Immigration broadens horizons and borders


Grace Dorsey

A couple months shy of my tenth birthday, my parents made the decision to travel across the world. Before our family made the 13 hour, 7,000 mile journey from Columbia to Dunedin, New Zealand, we went through the usual process. My mother applied for a visa, we all got passports, and we sold our home. It was a big change, going from the house where I spent my entire childhood to an uncomfortable rental. I didn’t quite realize it at the time, but moving out was only the beginning.
I don’t remember much of the plane ride, only the emotional goodbye before we left the terminal and how cold it was when we finally reached our destination. Those first couple of days were incredibly strange. Because of the 19-hour time difference, my family woke up at odd times, often in the middle of night, for the first week. We spent the first couple of months hopping from hotel to hotel, trying to find a place to stay all while navigating this new world.
The culture shock was pretty immediate, and as a nine-year-old I didn’t have a great concept of different ways of life. The accents down to the fashion bewildered me. Another immense difference was the schooling. I was used to a private Catholic school, and the primary (New Zealand term for elementary school) I started out at was the exact opposite.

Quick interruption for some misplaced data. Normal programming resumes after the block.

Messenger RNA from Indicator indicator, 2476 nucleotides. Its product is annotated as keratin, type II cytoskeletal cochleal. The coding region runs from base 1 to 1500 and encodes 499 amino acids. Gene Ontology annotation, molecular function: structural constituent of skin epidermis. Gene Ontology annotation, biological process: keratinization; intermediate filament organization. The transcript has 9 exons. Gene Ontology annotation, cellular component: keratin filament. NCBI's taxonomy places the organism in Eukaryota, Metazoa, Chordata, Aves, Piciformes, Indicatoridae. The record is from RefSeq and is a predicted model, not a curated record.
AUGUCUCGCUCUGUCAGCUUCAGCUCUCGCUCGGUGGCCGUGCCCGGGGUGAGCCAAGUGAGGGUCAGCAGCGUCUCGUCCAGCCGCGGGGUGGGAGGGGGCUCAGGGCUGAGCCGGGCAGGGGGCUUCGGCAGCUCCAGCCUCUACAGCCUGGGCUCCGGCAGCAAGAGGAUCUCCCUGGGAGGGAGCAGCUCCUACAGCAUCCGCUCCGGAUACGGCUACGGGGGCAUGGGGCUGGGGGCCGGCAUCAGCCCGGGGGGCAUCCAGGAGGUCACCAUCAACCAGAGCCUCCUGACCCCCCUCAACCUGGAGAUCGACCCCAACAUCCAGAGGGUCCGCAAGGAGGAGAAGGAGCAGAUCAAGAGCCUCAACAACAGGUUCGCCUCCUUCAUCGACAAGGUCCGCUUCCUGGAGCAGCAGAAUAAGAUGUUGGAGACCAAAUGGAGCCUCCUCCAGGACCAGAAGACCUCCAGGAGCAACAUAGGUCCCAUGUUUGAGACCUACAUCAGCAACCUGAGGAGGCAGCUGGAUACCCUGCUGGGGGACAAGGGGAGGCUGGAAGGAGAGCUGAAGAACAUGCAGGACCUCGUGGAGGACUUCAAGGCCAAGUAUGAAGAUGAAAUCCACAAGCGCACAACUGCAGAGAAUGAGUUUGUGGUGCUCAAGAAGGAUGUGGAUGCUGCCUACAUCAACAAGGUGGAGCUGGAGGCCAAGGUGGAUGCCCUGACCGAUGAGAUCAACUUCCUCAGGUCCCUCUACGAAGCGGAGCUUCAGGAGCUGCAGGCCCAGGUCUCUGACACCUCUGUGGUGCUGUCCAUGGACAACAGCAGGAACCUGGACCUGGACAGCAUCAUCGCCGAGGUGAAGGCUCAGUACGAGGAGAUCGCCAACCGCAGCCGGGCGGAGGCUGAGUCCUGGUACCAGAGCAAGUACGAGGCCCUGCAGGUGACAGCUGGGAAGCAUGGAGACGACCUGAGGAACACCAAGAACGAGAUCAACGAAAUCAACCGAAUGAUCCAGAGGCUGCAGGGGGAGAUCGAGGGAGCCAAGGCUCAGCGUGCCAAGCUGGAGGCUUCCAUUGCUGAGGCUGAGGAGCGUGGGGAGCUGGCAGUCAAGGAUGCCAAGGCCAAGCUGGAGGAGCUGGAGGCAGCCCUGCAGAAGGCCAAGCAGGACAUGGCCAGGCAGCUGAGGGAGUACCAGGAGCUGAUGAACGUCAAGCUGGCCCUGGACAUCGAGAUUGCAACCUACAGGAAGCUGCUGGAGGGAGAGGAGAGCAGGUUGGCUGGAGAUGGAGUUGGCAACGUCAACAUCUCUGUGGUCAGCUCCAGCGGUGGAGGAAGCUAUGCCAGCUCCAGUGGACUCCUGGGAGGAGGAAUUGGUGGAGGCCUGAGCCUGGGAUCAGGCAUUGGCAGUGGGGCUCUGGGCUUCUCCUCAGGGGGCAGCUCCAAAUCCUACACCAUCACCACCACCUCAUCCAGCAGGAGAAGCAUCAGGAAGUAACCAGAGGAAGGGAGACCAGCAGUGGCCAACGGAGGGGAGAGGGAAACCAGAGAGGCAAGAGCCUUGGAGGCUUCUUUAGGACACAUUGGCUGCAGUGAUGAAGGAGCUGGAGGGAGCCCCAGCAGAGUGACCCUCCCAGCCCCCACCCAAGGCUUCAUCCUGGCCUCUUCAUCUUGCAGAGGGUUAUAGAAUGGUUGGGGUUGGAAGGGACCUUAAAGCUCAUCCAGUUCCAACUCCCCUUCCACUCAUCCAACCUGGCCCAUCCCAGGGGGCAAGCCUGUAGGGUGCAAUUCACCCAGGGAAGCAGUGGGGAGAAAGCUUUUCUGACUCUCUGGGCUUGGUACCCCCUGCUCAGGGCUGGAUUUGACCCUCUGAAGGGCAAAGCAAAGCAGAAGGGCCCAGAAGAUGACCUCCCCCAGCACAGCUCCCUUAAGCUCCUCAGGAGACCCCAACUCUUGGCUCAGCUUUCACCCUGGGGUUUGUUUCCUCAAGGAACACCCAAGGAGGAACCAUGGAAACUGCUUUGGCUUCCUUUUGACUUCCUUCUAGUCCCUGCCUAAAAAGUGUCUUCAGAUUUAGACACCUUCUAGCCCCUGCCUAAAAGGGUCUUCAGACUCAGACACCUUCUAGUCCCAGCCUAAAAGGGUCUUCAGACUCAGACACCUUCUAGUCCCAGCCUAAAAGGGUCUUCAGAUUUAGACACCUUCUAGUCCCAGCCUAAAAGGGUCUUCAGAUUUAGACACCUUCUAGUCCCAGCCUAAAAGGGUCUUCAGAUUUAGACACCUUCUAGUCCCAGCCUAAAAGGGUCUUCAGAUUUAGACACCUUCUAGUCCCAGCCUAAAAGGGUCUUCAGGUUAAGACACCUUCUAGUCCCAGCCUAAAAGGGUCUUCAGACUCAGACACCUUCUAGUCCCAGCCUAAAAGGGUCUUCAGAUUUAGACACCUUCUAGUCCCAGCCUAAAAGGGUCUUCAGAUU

I was a foreigner.
Back in America, I never had to worry about being athletic, but in New Zealand physical activity was what connected people. In America I relied on my humor to make friends, but in New Zealand my teachers and classmates often found my jokes rude. In addition, I had to deal with the stereotypes of Americans: fat, ignorant, lazy. While I’m sure everyone has experienced being left out, that first year I definitely felt like an outsider, just because I didn’t fully understand the little nuances of New Zealand life. I learned that it’s easy to label people as being “other” and exclude them, but because of my experience I’ll always have an appreciation for those who make the effort to reach out to someone who’s struggling.
For the remaining three years I made a concentrated effort to fit into the culture. I joined a water polo and a basketball team, I imitated the fashion and I even got chickens (Dunedin is pretty rural). Of course, I was always known as “the American,” betrayed by my accent. Looking back at it now, although it was challenging, I treasure my experience. In a world that relies on interaction between cultures, my time in New Zealand exposed me to another way of life and opened my eyes to the world. I’ve even kept some of the habits, like walking everywhere I can and taking the time to appreciate the outdoors.
Today in the United States, the validity of Trump’s efforts to ban certain immigrants is a big debate. Who we should let in and who we should turn away is dividing this country. Although my immigration experience is specific, because of it, I fully believe in the positive impact immigration makes on one’s worldview. Facilitating the exchange of culture is something that benefits both parties.
Even with such tools as the internet, face to face interaction with a variety of people helps open up one’s outlook, especially if that encounter takes place during one’s youth. I know for a fact that living in another country has changed me for the better. I was so contained to my own lifestyle before, and New Zealand showed me just how limited my old perception of the world was. If one is only ever exposed to people with the same ideology, how are they supposed to grow?